Islam has never been a barrier to progress and science. It appreciates the intellectual activities of man to such a degree as to place him above the angels. No other religion ever went so far in asserting the dominance of reason and, consequently, of learning, above all other manifestations of human life. If we conform to the principles of this religion, we cannot dream of eliminating modern learning from our lives. We must have the will to learn and to progress and to become scientifically and economically as efficient as the Western nations are. But the one thing Muslims must not wish is to see with Western eyes, to think in Western patterns of thought: they must not wish, if they desire to remain Muslims, to exchange the spiritual civilization of Islam for the materialistic experimentation of the West, whether Capitalist or Marxist.
Knowledge itself is neither Western nor Eastern: it is universal – just as natural facts are universal. But the angle of vision from which facts can be regarded and presented varies with the cultural temperaments of nations. Biology as such, or physics, or botany, are neither materialistic nor spiritual in their scope and purpose; they are concerned with the observation, collection and definition of facts and the derivation from them of general rules. But the inductive, philosophical conclusions which we derive from these sciences – that is, the philosophy of science – are not based on facts and observations alone but are to a very large extent influenced by our pre-existing temperamental or intuitive attitudes towards life and its problems.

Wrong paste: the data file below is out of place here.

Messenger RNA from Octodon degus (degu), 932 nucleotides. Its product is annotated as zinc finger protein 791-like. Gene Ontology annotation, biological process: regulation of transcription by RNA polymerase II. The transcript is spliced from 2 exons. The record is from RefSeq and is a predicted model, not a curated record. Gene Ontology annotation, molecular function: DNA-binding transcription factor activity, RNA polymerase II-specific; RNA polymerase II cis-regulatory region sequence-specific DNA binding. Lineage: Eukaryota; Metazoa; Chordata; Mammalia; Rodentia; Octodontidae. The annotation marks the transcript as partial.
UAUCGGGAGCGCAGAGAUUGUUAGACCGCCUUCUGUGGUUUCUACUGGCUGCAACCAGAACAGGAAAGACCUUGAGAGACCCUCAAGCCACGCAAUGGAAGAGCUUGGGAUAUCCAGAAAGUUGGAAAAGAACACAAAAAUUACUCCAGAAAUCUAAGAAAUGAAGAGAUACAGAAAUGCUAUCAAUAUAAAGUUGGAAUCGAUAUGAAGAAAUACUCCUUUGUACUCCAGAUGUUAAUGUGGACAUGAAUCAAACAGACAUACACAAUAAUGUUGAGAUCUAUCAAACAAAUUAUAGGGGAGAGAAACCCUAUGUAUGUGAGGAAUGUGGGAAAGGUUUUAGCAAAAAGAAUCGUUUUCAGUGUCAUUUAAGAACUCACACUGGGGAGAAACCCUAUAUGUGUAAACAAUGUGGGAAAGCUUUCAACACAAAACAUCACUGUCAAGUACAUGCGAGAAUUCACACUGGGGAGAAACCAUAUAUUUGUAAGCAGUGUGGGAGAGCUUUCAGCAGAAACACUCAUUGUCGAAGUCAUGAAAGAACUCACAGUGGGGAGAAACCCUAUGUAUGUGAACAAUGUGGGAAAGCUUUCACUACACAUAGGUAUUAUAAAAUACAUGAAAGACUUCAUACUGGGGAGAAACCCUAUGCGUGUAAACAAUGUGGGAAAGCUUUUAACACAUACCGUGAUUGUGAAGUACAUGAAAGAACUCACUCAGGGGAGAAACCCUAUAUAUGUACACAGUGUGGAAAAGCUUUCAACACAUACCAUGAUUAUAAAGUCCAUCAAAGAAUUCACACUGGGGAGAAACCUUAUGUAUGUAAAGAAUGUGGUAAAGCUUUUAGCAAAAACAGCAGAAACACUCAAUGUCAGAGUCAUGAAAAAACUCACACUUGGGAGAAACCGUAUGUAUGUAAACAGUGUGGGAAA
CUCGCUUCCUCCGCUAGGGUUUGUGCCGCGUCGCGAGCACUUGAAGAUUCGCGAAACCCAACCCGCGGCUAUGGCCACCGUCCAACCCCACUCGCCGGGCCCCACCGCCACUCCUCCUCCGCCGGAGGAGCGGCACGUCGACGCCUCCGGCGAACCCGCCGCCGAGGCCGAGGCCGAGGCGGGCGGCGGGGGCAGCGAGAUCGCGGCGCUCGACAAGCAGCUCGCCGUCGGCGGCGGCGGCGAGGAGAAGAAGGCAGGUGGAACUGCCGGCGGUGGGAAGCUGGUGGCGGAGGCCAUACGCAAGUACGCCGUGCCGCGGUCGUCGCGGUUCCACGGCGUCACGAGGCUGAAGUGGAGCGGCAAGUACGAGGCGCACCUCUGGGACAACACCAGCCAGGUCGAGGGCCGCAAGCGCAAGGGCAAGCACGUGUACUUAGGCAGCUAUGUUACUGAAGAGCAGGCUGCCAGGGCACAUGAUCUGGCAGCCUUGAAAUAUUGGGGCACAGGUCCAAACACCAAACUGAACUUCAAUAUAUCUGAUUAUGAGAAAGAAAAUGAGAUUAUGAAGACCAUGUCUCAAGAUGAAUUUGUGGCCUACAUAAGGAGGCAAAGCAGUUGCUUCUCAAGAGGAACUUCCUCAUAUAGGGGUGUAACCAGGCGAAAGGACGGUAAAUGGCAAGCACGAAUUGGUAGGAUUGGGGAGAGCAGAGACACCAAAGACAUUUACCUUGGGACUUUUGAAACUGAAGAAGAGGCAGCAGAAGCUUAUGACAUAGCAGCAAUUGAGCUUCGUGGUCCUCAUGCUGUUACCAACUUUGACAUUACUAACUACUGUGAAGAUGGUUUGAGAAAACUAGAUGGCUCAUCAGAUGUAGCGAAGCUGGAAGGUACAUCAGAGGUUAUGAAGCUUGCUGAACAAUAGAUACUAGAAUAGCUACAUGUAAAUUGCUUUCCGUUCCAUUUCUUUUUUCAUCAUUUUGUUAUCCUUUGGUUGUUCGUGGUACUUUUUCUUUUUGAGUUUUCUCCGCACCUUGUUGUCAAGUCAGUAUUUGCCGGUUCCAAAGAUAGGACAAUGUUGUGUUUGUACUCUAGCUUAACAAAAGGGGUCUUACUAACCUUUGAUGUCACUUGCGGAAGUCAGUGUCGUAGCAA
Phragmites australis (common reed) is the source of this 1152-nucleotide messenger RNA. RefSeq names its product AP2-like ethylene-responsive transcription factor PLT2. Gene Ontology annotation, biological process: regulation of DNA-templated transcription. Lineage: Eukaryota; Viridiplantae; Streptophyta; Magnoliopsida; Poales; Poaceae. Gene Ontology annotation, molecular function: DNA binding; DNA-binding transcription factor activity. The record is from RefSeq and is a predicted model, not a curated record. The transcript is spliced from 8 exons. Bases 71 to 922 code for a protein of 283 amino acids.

The great German philosopher Kant remarked: “It seems surprising at first: but is none the less certain, that our reason does not draw its conclusions from Nature, but prescribes them to it.” In short, it is only the subjective angle of vision that matters here, for it may basically influence our interpretation of the various phenomena under consideration. Thus, science, which is neither materialistic nor spiritual in itself, may lead us to widely divergent interpretations of the Universe: interpretations, that is, which may be spiritual or materialistic, according to our own predisposition and, therefore, our angle of vision. The West, notwithstanding its highly refined intellectualism, is materialistically predisposed and, therefore, antireligious in its conceptions and fundamental presumptions; and so, necessarily, must be the Western educational system as a whole. In other words, it is not the study of modern, empirical sciences that could be detrimental to the cultural reality of Islam, but the spirit of Western civilization through which Muslims approach those sciences.